And it is all an organic process, Kano says. From the sourcing of the beats to the lyrical subject matter, each album is a process of discovery. While Hoodies all Summer finds Kano once again tapping into British societal issues such as gentrification, crime and police brutality, what is striking is the wide lens with which he manages to view each issue.

Kano is a street corner sociologist and 'Trouble' is a grime masterpiece

The key track of the album is Trouble. It's a lyrical masterclass and a showcase of grime's potent power in expressing what is happening in the UK's streets.

Accompanied by a powerful 17-minute video, the song is vivid snapshot of the harrowing and indiscriminate nature of youth violence in London.

Kano takes no side here. A street corner sociologist, he paints a powerful picture of the cycle of violence occurring daily in the UK’s streets. He begins by understanding the motivations of the socially disenfranchised youth. ("They have received very little support from other sections of the population / As a consequence of which, they must find money by these means") before taking us into the consequence of their actions ("You ever seen a mother's tears run down Gucci glasses?").

Kano then underscores the ambivalent attitude of politicians who “hush, don't make a sound / Been oppressin' us a couple centuries now / And these gunshots never reach your town." He then offers his role as an artist as inspiration: “My only obligation is to give inspiration / This the winners' table, and here's your invitation.”

Kano wants his music to act as an opportunity to discuss these important issues.

"With my last album (2016's Made in the Manor) it was all very inward looking and personal and I think I came to a place where I didn't really know what more to reveal about myself. So I was looking at what was happening in the UK, especially among the youth, and talking about that because these are things I am passionate about," he says.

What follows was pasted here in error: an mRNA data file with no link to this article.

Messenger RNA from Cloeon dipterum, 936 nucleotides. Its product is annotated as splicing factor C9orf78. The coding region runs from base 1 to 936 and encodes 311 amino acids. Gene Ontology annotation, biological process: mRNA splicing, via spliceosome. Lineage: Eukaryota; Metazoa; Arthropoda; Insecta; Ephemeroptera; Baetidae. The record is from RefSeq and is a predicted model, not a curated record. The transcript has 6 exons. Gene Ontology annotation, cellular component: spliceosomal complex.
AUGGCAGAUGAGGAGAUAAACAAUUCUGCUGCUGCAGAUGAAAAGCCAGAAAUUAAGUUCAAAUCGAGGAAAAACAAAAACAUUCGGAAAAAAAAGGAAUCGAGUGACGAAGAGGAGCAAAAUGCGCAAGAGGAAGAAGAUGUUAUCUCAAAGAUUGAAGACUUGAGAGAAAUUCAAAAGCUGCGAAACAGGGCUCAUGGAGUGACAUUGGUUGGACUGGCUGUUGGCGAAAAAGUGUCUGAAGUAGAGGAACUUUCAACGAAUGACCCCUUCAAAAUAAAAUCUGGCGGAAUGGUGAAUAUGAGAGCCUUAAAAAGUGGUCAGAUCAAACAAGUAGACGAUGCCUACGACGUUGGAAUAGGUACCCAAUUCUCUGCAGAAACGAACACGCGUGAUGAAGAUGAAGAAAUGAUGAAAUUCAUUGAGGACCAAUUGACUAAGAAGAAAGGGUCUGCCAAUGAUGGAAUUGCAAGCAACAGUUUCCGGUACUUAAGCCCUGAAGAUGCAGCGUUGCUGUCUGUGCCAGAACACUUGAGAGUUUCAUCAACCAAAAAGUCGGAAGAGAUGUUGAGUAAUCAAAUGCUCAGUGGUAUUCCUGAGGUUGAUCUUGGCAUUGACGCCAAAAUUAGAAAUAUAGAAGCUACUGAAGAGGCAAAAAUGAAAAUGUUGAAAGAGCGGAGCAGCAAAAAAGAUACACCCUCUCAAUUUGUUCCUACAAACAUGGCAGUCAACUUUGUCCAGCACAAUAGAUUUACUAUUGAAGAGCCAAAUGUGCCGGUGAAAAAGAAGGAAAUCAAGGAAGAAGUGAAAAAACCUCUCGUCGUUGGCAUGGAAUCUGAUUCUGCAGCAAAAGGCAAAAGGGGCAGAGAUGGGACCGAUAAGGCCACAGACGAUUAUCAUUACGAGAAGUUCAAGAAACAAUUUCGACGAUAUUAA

“While this album has a different viewpoint with, as you said, a wider scope, the thing about it is that I had to make sure I was not talking down to people. I wanted to be on mutual terms. It’s an invitation to have this conversation.”

Kano on the upcoming UK elections

And with the UK election set to take place on Thursday, December 12, the searing issues discussed in Kano's music are set to be key talking points in the weeks to come. While preferring to keep his own counsel when it comes to his political leanings, Kano says the youth vote could be a decisive factor in what has already become a bitter battle between the UK’s major parties.

“I probably pay more attention to politics than what I used to. It is probably because of the time that we are in, the issues we face and the fact that I am older,” he says.

“But I do think this election is important, and the youth do have an influence and this is why [Labour leader] Jeremy Corbyn came as close as he did the last time. I think we had a massive part to play in that. I think, generally, it is always good to be aware of what is going on.”

Tickets for Kano’s concert tonight

To avail a 50 per cent discount (to Dh75 from Dh150) for Kano's concert tonight type the code 'GETONDXB' at platinumlist.net.

Kano will perform at 10pm, tonight at the Festival Stage at the Dubai Studio City Sound Stage. More information is available at ondxbfest.com